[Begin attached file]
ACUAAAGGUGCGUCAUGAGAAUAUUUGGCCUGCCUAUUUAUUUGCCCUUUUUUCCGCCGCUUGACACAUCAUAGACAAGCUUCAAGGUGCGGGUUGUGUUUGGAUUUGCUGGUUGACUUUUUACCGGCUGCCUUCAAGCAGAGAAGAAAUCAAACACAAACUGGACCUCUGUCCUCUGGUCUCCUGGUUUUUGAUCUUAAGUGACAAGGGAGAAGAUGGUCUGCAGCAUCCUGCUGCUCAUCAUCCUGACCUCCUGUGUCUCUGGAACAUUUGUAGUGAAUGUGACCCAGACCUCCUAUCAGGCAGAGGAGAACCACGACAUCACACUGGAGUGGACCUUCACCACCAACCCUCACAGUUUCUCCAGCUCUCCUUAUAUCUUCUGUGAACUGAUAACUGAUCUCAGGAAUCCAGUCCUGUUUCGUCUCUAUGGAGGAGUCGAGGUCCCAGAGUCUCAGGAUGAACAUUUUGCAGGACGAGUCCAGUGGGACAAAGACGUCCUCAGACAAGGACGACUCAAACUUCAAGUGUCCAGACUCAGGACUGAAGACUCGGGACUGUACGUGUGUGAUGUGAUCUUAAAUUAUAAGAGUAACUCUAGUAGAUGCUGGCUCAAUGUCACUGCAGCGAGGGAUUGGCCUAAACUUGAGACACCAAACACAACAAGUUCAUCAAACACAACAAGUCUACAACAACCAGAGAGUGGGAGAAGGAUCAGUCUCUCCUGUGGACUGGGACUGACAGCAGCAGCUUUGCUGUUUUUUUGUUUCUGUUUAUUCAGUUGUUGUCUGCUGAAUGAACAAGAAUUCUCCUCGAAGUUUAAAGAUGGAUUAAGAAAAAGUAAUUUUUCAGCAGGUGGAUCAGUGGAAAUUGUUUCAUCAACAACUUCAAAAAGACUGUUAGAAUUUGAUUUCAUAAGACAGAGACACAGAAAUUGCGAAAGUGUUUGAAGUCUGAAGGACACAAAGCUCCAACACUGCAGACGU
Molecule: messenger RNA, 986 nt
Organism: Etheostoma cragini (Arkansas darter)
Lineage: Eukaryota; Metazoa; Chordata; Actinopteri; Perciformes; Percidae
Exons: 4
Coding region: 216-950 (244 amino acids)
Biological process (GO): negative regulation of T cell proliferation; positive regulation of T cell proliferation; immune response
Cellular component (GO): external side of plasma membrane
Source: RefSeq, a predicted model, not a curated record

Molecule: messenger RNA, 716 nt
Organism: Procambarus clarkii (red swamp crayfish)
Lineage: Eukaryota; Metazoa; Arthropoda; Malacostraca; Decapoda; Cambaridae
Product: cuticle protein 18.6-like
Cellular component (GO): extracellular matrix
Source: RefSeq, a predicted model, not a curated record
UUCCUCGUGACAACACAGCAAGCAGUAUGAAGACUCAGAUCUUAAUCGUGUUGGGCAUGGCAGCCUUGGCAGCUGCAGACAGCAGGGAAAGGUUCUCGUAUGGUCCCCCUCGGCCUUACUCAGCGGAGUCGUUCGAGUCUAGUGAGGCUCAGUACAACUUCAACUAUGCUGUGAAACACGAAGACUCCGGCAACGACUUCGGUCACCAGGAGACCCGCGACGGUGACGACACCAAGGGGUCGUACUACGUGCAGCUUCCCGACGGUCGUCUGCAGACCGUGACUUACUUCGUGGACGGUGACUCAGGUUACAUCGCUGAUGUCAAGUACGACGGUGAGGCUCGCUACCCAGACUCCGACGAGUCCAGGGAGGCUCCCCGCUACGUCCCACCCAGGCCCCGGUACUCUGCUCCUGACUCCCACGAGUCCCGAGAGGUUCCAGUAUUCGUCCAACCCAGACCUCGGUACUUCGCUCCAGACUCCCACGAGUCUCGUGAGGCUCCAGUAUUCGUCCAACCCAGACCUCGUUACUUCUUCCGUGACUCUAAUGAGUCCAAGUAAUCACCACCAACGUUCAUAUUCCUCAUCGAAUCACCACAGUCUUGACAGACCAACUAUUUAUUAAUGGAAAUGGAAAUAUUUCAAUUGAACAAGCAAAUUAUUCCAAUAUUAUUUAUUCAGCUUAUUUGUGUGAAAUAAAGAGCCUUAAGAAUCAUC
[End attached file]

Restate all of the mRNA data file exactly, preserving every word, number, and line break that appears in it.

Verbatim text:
ACUAAAGGUGCGUCAUGAGAAUAUUUGGCCUGCCUAUUUAUUUGCCCUUUUUUCCGCCGCUUGACACAUCAUAGACAAGCUUCAAGGUGCGGGUUGUGUUUGGAUUUGCUGGUUGACUUUUUACCGGCUGCCUUCAAGCAGAGAAGAAAUCAAACACAAACUGGACCUCUGUCCUCUGGUCUCCUGGUUUUUGAUCUUAAGUGACAAGGGAGAAGAUGGUCUGCAGCAUCCUGCUGCUCAUCAUCCUGACCUCCUGUGUCUCUGGAACAUUUGUAGUGAAUGUGACCCAGACCUCCUAUCAGGCAGAGGAGAACCACGACAUCACACUGGAGUGGACCUUCACCACCAACCCUCACAGUUUCUCCAGCUCUCCUUAUAUCUUCUGUGAACUGAUAACUGAUCUCAGGAAUCCAGUCCUGUUUCGUCUCUAUGGAGGAGUCGAGGUCCCAGAGUCUCAGGAUGAACAUUUUGCAGGACGAGUCCAGUGGGACAAAGACGUCCUCAGACAAGGACGACUCAAACUUCAAGUGUCCAGACUCAGGACUGAAGACUCGGGACUGUACGUGUGUGAUGUGAUCUUAAAUUAUAAGAGUAACUCUAGUAGAUGCUGGCUCAAUGUCACUGCAGCGAGGGAUUGGCCUAAACUUGAGACACCAAACACAACAAGUUCAUCAAACACAACAAGUCUACAACAACCAGAGAGUGGGAGAAGGAUCAGUCUCUCCUGUGGACUGGGACUGACAGCAGCAGCUUUGCUGUUUUUUUGUUUCUGUUUAUUCAGUUGUUGUCUGCUGAAUGAACAAGAAUUCUCCUCGAAGUUUAAAGAUGGAUUAAGAAAAAGUAAUUUUUCAGCAGGUGGAUCAGUGGAAAUUGUUUCAUCAACAACUUCAAAAAGACUGUUAGAAUUUGAUUUCAUAAGACAGAGACACAGAAAUUGCGAAAGUGUUUGAAGUCUGAAGGACACAAAGCUCCAACACUGCAGACGU
Molecule: messenger RNA, 986 nt
Organism: Etheostoma cragini (Arkansas darter)
Lineage: Eukaryota; Metazoa; Chordata; Actinopteri; Perciformes; Percidae
Exons: 4
Coding region: 216-950 (244 amino acids)
Biological process (GO): negative regulation of T cell proliferation; positive regulation of T cell proliferation; immune response
Cellular component (GO): external side of plasma membrane
Source: RefSeq, a predicted model, not a curated record

Molecule: messenger RNA, 716 nt
Organism: Procambarus clarkii (red swamp crayfish)
Lineage: Eukaryota; Metazoa; Arthropoda; Malacostraca; Decapoda; Cambaridae
Product: cuticle protein 18.6-like
Cellular component (GO): extracellular matrix
Source: RefSeq, a predicted model, not a curated record
UUCCUCGUGACAACACAGCAAGCAGUAUGAAGACUCAGAUCUUAAUCGUGUUGGGCAUGGCAGCCUUGGCAGCUGCAGACAGCAGGGAAAGGUUCUCGUAUGGUCCCCCUCGGCCUUACUCAGCGGAGUCGUUCGAGUCUAGUGAGGCUCAGUACAACUUCAACUAUGCUGUGAAACACGAAGACUCCGGCAACGACUUCGGUCACCAGGAGACCCGCGACGGUGACGACACCAAGGGGUCGUACUACGUGCAGCUUCCCGACGGUCGUCUGCAGACCGUGACUUACUUCGUGGACGGUGACUCAGGUUACAUCGCUGAUGUCAAGUACGACGGUGAGGCUCGCUACCCAGACUCCGACGAGUCCAGGGAGGCUCCCCGCUACGUCCCACCCAGGCCCCGGUACUCUGCUCCUGACUCCCACGAGUCCCGAGAGGUUCCAGUAUUCGUCCAACCCAGACCUCGGUACUUCGCUCCAGACUCCCACGAGUCUCGUGAGGCUCCAGUAUUCGUCCAACCCAGACCUCGUUACUUCUUCCGUGACUCUAAUGAGUCCAAGUAAUCACCACCAACGUUCAUAUUCCUCAUCGAAUCACCACAGUCUUGACAGACCAACUAUUUAUUAAUGGAAAUGGAAAUAUUUCAAUUGAACAAGCAAAUUAUUCCAAUAUUAUUUAUUCAGCUUAUUUGUGUGAAAUAAAGAGCCUUAAGAAUCAUC